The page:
Owls long for on-campus stadium

Palm Beach Post Staff Writer

Thursday, September 13, 2007

BOCA RATON Florida Atlantic officials boarded a bus Tuesday to visit another state school whose football program's success they hope the Owls can emulate.

They weren't headed to Gainesville or Tallahassee.


The bus stopped in Orlando, where the Owls toured Central Florida's new stadium.

Yes, even UCF is now comfortably ahead of the Owls when it comes to infrastructure and facilities - key elements of attracting players and fans to football programs.

"Anytime you start something from scratch you are going to be behind your competition," FAU Athletic Director Craig Angelos said. "We are behind, but I think we can catch up quickly."

UCF, which started its football program in 1979 and moved to Division I-A in 1996, will christen Bright House Network Stadium on Saturday in front of a packed house of 45,301 in a nationally televised game against Texas.

The stadium - which cost $55 million - or something like it, is something FAU officials would like to see on their own campus.

"Something like that would fit in very nicely here," Angelos said. "... It doesn't have excesses, but has the suites, club seats; the locker rooms are nice. It's not like a pro stadium, but with the price tag it looks like something people in Boca would be proud of."

And UCF isn't the only program FAU could take pointers from.

South Florida, which started its program just four years before FAU played its first game in 2001, is coming off a victory at No. 17 Auburn and just announced it has sold 41,000 tickets - virtually the entire lower bowl of Raymond James Stadium (home of the Tampa Bay Buccaneers) - for its game this month against West Virginia.

Even FIU, which started its football program a year after the Owls' first game, has began construction on an 18,000-seat stadium, scheduled to be open by next season.

Meanwhile, without an on-campus stadium, FAU is hosting perhaps the most-recognizable opponent in program history when Minnesota visits Saturday.

The game will be played at Dolphin Stadium, 35 miles from FAU's campus.

The Owls-Gophers game likely won't draw a large crowd - Angelos expects about 18,000. Because the stadium holds 75,625, it will appear even smaller.

In 2005 FAU played Oklahoma State at Dolphin Stadium, and several sections on the OSU side had only a few fans in them.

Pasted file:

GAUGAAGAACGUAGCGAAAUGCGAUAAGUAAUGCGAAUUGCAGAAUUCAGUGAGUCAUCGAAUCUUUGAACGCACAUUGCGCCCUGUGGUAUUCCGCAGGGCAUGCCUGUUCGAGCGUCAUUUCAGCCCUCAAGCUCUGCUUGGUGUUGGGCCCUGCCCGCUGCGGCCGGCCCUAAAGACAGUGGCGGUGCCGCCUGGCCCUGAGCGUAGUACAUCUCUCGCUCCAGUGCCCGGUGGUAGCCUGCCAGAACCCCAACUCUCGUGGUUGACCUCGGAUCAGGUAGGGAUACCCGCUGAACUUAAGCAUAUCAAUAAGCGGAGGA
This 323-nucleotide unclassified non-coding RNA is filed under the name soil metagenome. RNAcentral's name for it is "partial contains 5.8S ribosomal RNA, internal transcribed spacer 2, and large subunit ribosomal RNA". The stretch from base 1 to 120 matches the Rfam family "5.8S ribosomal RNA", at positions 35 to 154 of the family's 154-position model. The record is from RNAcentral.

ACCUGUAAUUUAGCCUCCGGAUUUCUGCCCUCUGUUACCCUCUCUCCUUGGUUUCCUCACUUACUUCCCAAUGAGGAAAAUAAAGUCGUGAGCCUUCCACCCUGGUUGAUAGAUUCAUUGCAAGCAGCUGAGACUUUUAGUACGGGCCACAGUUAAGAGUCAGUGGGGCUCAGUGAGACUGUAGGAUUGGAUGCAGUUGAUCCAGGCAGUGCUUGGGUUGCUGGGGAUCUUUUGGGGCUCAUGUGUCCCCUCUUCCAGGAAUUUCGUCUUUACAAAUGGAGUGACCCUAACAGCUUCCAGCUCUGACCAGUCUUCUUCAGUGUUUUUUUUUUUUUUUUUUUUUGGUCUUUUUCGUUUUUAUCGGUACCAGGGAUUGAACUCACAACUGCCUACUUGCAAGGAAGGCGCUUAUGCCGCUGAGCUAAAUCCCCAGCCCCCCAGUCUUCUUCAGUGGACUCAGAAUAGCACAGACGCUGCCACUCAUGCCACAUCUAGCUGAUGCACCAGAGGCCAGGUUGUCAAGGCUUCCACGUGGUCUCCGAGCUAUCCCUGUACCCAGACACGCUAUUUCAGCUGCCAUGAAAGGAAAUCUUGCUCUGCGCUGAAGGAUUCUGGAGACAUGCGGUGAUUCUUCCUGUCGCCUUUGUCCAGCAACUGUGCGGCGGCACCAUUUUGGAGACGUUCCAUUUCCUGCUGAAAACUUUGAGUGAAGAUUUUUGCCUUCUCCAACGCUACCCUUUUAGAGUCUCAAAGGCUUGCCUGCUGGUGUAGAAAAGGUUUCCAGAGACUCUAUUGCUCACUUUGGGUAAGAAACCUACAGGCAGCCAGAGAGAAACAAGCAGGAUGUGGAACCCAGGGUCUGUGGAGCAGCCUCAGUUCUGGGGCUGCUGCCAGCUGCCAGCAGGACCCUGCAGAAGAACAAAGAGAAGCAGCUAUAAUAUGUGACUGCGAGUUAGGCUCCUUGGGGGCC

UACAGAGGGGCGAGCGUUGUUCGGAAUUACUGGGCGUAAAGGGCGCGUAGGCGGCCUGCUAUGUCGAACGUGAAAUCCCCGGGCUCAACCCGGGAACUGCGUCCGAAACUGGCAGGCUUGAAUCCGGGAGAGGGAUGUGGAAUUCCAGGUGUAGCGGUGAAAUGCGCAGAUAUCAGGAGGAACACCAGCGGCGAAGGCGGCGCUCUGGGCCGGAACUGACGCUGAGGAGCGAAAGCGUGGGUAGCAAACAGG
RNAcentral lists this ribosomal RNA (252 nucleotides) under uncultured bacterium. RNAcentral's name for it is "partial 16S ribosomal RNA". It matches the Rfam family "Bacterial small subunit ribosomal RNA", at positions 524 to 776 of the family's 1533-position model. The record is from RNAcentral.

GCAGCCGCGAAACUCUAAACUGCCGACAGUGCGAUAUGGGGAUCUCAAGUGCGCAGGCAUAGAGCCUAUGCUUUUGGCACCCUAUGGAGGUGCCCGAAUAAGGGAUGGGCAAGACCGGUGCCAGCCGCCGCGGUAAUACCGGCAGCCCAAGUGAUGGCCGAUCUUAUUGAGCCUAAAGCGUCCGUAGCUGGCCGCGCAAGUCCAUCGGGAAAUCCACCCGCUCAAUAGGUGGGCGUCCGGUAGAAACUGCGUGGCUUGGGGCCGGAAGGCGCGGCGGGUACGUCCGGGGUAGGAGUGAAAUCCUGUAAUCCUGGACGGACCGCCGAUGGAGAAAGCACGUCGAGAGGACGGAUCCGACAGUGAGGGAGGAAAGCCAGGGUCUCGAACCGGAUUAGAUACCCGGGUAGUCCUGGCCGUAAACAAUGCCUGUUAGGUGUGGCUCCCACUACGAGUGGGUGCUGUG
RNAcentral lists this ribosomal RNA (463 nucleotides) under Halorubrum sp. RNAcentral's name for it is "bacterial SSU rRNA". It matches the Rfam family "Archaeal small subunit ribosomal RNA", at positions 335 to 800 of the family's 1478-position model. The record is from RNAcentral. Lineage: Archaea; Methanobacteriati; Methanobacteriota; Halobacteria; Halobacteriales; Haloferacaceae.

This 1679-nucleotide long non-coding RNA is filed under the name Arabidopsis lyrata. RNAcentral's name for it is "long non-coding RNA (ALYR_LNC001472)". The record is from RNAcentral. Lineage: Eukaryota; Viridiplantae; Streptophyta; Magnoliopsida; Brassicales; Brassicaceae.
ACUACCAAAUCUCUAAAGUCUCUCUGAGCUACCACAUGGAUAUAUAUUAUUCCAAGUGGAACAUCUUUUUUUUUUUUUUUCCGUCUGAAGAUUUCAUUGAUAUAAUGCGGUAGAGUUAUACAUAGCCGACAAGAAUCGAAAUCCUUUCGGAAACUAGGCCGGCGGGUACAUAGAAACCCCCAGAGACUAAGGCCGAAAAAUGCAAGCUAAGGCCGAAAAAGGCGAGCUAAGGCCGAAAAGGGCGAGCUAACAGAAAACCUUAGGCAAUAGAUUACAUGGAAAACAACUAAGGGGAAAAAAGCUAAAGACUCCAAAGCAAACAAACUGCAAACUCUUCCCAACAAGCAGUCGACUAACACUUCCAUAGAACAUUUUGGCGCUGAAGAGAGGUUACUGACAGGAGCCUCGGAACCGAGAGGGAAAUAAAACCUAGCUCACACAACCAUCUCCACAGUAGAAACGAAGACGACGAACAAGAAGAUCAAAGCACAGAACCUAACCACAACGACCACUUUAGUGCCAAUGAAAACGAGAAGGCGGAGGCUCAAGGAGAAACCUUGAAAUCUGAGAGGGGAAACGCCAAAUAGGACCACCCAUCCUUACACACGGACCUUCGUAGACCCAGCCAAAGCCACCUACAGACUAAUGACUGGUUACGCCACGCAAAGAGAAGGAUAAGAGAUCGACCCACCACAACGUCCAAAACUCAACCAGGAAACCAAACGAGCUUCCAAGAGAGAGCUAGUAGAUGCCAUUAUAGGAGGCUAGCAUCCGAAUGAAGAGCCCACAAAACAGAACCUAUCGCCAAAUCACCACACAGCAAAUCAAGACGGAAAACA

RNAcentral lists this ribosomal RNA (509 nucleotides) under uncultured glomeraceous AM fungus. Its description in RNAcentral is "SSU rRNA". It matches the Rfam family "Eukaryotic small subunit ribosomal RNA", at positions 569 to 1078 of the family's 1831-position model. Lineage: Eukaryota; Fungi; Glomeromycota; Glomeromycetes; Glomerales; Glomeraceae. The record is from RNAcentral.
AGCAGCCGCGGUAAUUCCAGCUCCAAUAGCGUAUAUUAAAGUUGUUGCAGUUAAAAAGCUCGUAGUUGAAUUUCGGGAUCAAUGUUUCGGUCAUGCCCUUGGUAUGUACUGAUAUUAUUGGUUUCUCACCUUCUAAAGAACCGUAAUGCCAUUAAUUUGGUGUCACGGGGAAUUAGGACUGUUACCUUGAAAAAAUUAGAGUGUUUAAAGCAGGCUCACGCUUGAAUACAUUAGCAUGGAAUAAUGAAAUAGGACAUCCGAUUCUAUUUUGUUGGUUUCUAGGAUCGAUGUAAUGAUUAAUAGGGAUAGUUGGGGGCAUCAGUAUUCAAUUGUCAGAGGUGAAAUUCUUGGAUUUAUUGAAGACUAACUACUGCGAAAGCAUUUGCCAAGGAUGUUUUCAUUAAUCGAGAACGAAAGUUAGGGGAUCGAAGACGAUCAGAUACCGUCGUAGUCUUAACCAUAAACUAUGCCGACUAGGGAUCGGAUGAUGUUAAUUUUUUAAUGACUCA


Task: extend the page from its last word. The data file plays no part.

Even players notice the home-field disadvantage.

"I really don't like playing there," running back Charles Pierre said. "The stadium is so big the crowd always looks so small."

The lack of an on-campus facility has stymied growth of FAU's fan base and has hurt the Owls' recruiting.

"There's no doubt we need that stadium on campus to continue the rate of development we've been taking," FAU recruiting coordinator Kurt Van Valkenburgh said.

UCF coach George O'Leary already has seen the benefit of an on-campus stadium.

"(It) changed the whole dynamics of the campus," O'Leary said. "There was really no reason for the alums to come back to campus (before)."

Next week, FAU's Board of Trustees will hear proposals for an on-campus stadium that could seat about 30,000 and could give its go-ahead to the project, which could cost about $2 million.

FAU Board Chairman Norman Tripp said he's not feeling pressure to complete the project but wants to get it done for the benefit of the university.

"The university trustees have made a commitment to athletics and to trying to change the tenor of the campus from a commuter-type campus to a full-time campus, and this is another step in that," Tripp said.

If approved next week, the stadium could be completed by 2010. And that's not a moment too soon for FAU coach Howard Schnellenberger, who toured UCF's stadium Tuesday.

"On campus is where college football is meant to be played," Schnellenberger said.